2/2. In the animal world, a creature will use lethal power to get what it wants. But are there any leaders?
Michael Portillo goes to the Kalahari Desert in search of nature s despots. Producer Julian Hector
6/6. Highland Fling. It's not Edinburgh. It's the Highlands.
Caroline's birthday in the wilds finds a newly sober Ruth reinventing herself, Fiona having a Highland fling ana
Caroline finding that her fling is well and truly flung.
Poignant comedy by Hilary Lyon.
Producer Gordon Kennedy ; Director Marilyn Imne
Harriet wants to play fantastic games but her parents can't quite hit the balance. Her dad is clueless at pretending and while her mum, Rachel, is adept at creating imaginary worlds, in her hands make-believe and lies are in danger of becoming confused.
5/6. Attack of the Killer Weeds. The rich grassland of Britain's hills and dales is under threat from the latest change in European farming policy. Miriam O'Reilly investigates. Repeated from yesterday at 9pm
5/5. Skin and Bones. By Sophie Cooke. The final story of this week's series inspired by food, in the same way that Proust's narrator in Remembrance of Things Past was inspired by the smell and taste of madeleines. Francis likes to sew, write and cook, but she doesn't much like eating. When she invites her newly discovered half-brother to dinner, she finds a whole new kind of fullness. Reader Laura Fraser. For further details see Monday
4/4 Professor Hugh Pennington at Aberdeen University has studied the bacteria Staphylococcus aureus since the 1960s, and was himself infected with it in his nose during an outbreak that swept through British hospitals at that time. it's now better known as MRSA, the superbug that has evolved resistance to most antibiotics. Pennington tells Jolyon Jenkins about the series of mistakes that turned a common or garden bug into a major health threat. Forfurtherdetailssee Tuesday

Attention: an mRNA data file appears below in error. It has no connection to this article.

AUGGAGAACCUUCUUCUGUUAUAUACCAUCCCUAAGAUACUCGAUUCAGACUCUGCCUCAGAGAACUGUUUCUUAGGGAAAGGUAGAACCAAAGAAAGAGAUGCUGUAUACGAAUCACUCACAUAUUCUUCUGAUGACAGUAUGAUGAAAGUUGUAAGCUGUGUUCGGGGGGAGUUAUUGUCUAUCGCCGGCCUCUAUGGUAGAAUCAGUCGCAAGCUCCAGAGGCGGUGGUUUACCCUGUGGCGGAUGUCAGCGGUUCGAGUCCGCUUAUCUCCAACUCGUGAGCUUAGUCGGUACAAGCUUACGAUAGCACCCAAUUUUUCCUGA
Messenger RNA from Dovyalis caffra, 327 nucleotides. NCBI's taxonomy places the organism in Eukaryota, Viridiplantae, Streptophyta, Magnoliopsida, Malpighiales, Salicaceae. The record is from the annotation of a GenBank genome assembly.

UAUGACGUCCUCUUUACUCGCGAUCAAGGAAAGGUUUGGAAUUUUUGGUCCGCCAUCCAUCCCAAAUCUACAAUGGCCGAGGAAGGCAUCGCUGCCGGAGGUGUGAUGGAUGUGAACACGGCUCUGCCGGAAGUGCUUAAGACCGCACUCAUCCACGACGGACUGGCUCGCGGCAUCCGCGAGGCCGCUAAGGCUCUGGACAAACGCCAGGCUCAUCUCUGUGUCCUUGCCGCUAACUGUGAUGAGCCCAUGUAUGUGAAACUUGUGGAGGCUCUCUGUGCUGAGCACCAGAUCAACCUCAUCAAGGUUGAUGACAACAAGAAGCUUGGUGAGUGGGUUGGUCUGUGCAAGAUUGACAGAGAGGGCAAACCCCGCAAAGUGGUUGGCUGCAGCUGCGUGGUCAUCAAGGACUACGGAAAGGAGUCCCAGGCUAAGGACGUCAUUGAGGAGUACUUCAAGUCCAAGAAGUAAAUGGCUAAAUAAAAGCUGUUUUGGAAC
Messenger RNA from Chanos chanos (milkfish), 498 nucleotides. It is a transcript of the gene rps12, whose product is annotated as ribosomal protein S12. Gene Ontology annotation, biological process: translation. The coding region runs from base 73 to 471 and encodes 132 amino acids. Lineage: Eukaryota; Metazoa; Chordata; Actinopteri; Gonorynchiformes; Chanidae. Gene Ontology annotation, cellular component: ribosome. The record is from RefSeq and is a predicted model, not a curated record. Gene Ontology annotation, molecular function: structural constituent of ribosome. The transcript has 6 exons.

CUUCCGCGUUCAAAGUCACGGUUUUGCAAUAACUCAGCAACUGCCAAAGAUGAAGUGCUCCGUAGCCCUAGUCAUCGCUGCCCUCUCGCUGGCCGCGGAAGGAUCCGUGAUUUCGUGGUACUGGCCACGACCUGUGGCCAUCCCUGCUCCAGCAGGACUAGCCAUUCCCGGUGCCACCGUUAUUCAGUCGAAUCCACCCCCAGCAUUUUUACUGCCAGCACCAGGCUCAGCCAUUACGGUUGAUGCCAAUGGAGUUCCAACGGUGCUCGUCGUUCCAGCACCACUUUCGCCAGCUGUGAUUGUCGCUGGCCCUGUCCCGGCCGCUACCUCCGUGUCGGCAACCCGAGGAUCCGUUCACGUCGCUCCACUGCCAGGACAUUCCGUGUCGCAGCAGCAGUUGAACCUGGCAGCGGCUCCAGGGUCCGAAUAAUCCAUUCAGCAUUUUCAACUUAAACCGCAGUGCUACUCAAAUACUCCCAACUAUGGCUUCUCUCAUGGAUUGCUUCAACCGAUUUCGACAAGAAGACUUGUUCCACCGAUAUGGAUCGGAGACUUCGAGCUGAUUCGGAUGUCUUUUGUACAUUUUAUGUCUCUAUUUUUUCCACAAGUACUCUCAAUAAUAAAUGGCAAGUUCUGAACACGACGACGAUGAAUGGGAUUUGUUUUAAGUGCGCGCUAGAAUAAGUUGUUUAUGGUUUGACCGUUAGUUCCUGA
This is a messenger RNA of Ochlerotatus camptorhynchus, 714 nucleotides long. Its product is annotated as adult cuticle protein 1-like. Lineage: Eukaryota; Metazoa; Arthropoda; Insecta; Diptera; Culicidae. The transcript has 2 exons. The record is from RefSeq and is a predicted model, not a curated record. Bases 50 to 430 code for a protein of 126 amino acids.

A look at some of the events that have happened on a single day in history, in this case 18 May, through sketches and one-liners. With James Bachman ,
Martin Trenaman , Barunka O'Shaughnessy , Barry Castagnola and Stefano Paolini recorded in front of a live audience at this year's Edinburgh Festival Fringe. Producer Paul Russell
5/5. Business Girls. Anna came to England as a refugee from Romania in the 1930s and she has a busy life in London - but memories of the past still intrude. By Paul Dodgson.
For further details see Monday Repeated from 10.45am
Jonathan Dimbleby chairs the discussion as an audience at Calshot Spit in Southampton pose topical questions from the week's news to actor and Labour Party supporter Patrick Stewart , columnist David Aaronovitch , and Shireen Ritchie of the Women2Win Campaign advisory board. Producer Lisa Jenkinson Repeated tomorrow at 1.10pm
By Melissa Murray. Mary Rose is planning a wonderful New Year's Eve party to impress her friends. The only problem is that her wicked sisters, Fay and Jean, have a surprise visitor up their sleeve for her - her long-lost son who she kicked out years ago. But when they go to the airport to collect him, they are in for a bit of a shock.
Producer/Director Cherry Cookson
4/8. WH Auden. Jeremy Vine and presenter Matthew Parr dispute the relative interest to be found in Auden's poetry and life story. Biographer Richard Davenport-Hines 's view is that to follow the poetry you have to understand the poet's life. Repeated from Tuesday at 4.30pm
Woody Allen profiles the comic genius of humorist and writer SJ Perelman, who virtually defined a style of erudite New York humour associated with the The New Yorker magazine. With contributions from such as Bill Zinsser , Prudence Crowther, Roger Angell , Harold Evans and Denis Norden. Plus readings from Perelman's work and archive of Perelman himself. Written by Michael Pointon. Producer Neil Rosser
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